German unemployment has fallen for the fourth month in a row, fuelling government hopes that the country could be over the worst of its economic woes.
Mr Schroeder says recovery has already begun
The fall was slight, down to 4.26 million - or 10.2% of the workforce - from 4.34 million in May, but well below the peak of more than 4.7 million at the beginning of this year.
Chancellor Gerhard Schroeder has staked his political career on fighting unemployment, which has rocketed to one of the highest rates in Europe in recent years.
But Mr Schroeder's many critics argue that the government has not deregulated Germany's economy with sufficient zeal.
Germany's high taxes and extensive red tape, many business leaders argue, deter companies from setting up shop there.
Reforms kick in?
According to the Federal Labour Office, June's modest fall was a sign that government reforms are already starting to have an effect.
"The surprisingly strong decline in seasonally-adjusted
unemployment is attributable to increased measures to activate the jobless and to the effect of the two labour market reform laws," Labour Office chairman Florian Gerster said.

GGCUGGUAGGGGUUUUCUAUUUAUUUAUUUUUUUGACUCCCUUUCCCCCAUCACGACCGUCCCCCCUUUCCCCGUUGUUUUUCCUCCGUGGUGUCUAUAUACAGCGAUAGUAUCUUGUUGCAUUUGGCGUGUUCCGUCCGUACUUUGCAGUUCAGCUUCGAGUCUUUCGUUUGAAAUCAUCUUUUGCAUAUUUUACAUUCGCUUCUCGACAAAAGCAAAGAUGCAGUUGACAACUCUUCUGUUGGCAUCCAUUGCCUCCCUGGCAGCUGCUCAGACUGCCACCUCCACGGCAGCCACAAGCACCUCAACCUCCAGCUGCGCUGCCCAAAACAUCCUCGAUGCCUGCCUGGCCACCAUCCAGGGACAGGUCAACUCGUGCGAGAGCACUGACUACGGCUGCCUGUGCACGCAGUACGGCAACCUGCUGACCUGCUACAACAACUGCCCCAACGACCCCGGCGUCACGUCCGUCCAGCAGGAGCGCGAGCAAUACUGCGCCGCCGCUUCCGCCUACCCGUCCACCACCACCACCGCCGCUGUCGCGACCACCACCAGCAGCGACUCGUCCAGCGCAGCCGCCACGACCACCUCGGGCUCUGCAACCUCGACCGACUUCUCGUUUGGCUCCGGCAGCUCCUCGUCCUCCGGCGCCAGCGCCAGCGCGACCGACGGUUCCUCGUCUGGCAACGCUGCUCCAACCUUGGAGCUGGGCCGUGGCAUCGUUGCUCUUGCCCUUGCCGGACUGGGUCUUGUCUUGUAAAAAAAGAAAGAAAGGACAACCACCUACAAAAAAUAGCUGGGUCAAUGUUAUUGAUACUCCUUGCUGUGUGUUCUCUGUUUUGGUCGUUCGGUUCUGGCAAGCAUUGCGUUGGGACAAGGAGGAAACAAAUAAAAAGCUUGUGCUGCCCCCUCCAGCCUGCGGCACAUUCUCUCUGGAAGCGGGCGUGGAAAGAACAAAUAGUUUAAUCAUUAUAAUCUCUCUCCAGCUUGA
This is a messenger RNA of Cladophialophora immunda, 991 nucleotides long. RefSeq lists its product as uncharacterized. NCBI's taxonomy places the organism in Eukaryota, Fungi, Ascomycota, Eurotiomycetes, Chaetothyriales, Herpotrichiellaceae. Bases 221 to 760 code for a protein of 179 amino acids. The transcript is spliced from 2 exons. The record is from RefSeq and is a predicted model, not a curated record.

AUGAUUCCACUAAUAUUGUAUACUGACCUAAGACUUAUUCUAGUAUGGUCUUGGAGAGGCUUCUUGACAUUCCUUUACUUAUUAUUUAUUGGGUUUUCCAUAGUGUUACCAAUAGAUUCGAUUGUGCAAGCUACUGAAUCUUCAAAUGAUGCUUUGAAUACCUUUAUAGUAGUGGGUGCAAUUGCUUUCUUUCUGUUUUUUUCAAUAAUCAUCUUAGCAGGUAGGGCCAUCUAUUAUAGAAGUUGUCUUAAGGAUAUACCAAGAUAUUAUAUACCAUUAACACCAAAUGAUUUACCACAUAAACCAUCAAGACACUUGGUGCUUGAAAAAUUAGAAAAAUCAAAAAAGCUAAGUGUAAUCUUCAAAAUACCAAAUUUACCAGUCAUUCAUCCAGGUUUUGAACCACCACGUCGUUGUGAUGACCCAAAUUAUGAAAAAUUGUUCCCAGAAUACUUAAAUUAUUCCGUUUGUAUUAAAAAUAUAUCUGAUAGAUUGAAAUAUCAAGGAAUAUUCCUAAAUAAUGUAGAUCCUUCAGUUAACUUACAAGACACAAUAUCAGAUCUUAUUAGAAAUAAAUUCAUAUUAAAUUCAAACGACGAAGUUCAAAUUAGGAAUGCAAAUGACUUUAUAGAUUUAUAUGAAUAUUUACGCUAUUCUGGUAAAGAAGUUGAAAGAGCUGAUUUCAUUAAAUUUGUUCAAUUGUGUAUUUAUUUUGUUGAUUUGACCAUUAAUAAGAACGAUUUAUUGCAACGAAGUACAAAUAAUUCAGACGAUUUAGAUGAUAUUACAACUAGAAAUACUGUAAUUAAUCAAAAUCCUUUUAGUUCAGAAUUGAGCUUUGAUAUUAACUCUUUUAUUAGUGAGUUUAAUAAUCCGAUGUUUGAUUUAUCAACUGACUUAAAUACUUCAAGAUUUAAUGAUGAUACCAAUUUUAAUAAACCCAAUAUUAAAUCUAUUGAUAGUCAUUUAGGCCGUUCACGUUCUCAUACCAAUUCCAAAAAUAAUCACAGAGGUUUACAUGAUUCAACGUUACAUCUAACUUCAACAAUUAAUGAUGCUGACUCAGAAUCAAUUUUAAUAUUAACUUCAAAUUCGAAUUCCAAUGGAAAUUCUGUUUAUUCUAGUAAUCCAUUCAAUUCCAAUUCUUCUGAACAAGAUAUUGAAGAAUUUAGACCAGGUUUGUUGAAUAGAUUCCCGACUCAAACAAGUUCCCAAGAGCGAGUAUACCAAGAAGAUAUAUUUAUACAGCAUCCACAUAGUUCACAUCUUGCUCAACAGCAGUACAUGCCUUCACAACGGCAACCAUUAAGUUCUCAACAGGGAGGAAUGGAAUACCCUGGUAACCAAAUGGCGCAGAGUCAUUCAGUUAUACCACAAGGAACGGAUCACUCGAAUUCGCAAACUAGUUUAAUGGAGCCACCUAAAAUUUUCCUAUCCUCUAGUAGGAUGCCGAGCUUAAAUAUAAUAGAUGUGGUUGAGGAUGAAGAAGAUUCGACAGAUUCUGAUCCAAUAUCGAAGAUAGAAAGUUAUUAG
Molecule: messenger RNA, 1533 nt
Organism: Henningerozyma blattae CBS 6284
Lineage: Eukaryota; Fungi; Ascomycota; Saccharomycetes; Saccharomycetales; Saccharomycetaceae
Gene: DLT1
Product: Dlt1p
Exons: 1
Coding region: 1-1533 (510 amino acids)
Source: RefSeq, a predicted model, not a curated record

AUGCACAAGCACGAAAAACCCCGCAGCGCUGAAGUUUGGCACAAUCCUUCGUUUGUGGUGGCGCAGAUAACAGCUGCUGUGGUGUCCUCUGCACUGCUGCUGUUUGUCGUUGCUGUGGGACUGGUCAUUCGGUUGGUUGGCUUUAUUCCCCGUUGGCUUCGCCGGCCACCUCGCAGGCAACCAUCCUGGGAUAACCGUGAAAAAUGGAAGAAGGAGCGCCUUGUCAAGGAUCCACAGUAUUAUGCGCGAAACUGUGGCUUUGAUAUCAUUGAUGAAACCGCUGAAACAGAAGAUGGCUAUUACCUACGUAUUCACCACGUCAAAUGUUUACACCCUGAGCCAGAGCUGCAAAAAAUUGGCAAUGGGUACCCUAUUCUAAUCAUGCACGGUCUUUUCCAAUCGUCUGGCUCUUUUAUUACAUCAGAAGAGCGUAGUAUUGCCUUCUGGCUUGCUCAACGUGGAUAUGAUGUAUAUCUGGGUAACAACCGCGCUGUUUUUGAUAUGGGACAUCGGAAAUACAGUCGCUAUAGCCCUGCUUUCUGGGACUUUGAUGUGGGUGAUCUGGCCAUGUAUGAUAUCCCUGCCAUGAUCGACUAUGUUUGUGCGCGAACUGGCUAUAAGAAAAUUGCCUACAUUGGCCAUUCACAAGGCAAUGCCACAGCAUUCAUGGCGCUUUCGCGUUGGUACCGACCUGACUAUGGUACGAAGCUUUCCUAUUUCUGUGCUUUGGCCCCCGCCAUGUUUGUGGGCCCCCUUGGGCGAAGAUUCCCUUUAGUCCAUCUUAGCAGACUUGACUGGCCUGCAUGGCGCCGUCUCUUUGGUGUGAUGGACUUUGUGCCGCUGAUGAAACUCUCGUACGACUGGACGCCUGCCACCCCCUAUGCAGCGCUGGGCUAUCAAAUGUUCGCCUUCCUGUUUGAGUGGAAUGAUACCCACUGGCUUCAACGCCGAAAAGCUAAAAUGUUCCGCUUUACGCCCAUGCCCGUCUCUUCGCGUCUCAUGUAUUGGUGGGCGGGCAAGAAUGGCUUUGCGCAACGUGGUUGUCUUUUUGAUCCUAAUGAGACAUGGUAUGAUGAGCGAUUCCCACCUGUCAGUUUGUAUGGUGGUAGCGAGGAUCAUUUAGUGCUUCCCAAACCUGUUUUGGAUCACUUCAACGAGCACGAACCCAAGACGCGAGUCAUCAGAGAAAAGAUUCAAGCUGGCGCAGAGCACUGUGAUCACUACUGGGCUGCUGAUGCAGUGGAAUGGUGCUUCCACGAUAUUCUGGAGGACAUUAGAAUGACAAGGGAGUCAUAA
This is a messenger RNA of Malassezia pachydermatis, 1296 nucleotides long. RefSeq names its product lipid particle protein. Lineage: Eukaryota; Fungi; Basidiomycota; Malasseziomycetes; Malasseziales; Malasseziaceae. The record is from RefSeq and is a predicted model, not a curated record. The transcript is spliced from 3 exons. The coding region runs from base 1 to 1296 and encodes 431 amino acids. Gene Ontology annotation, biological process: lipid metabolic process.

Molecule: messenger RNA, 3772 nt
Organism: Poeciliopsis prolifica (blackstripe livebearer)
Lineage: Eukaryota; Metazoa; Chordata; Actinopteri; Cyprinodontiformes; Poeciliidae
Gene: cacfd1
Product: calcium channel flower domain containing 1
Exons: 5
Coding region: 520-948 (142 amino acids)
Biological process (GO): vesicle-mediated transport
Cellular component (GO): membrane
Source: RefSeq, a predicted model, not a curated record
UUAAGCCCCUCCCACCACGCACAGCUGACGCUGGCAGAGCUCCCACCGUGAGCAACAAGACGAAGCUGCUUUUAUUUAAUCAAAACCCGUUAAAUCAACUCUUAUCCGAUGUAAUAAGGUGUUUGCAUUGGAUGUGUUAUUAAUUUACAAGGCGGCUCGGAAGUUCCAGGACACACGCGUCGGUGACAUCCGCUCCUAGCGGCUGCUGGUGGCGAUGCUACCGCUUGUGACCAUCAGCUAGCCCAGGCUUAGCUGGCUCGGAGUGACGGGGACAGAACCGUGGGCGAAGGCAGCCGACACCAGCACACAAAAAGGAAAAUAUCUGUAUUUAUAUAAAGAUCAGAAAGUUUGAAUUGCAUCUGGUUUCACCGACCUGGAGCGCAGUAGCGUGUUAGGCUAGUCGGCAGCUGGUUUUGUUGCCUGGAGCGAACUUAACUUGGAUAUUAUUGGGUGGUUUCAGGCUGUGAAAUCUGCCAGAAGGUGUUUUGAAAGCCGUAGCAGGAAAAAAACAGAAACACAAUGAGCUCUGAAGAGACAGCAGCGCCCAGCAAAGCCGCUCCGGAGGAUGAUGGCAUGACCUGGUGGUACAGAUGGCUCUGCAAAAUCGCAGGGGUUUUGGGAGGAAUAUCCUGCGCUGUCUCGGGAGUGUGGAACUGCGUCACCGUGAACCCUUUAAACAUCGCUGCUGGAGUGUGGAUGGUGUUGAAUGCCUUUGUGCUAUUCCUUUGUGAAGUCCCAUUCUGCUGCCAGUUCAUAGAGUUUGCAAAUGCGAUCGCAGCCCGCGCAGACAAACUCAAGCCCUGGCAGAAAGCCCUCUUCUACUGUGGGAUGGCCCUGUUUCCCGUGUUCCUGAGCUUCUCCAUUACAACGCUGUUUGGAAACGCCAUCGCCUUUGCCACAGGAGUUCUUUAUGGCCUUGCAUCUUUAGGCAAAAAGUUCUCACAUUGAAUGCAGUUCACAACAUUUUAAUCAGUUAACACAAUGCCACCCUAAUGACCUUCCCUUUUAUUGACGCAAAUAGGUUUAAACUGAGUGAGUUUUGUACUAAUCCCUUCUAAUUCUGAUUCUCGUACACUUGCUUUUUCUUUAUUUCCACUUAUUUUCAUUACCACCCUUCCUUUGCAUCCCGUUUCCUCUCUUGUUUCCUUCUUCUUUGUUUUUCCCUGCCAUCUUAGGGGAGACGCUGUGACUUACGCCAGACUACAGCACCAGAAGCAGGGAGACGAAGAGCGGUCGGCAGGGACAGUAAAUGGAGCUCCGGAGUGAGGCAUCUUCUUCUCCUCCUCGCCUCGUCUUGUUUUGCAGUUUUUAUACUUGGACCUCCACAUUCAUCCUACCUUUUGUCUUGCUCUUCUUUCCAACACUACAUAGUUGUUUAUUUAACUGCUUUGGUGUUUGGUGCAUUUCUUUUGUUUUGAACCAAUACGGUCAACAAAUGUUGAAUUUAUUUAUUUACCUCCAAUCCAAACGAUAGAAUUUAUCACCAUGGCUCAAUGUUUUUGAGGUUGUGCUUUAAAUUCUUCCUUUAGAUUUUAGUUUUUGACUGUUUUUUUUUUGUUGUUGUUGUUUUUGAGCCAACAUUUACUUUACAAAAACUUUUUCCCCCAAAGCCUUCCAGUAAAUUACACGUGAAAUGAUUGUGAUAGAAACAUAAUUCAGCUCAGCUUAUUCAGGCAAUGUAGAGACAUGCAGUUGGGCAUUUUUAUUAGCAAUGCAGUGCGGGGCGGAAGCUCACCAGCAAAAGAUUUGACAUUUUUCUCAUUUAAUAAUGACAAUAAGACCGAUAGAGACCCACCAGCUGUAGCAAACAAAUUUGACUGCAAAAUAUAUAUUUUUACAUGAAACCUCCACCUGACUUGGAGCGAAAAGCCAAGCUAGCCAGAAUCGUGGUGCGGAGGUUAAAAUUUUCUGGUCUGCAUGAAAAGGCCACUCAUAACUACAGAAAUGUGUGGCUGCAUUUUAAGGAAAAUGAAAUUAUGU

Mr Schroeder's government has attempted to make life less comfortable for those on unemployment benefit, and has moved to beef up the country's job centres.
Many economists argue, however, that it is still too early to confirm that reforms are starting to bite.
One worrying sign in June's figures was the fact that the overall number of Germans in work also fell, an indication that prolonged economic gloom has persuaded many to quit the workforce, possibly for the long term.
Much of the decrease in unemployment, meanwhile, can be accounted for by adjustments to the way the figures are calculated.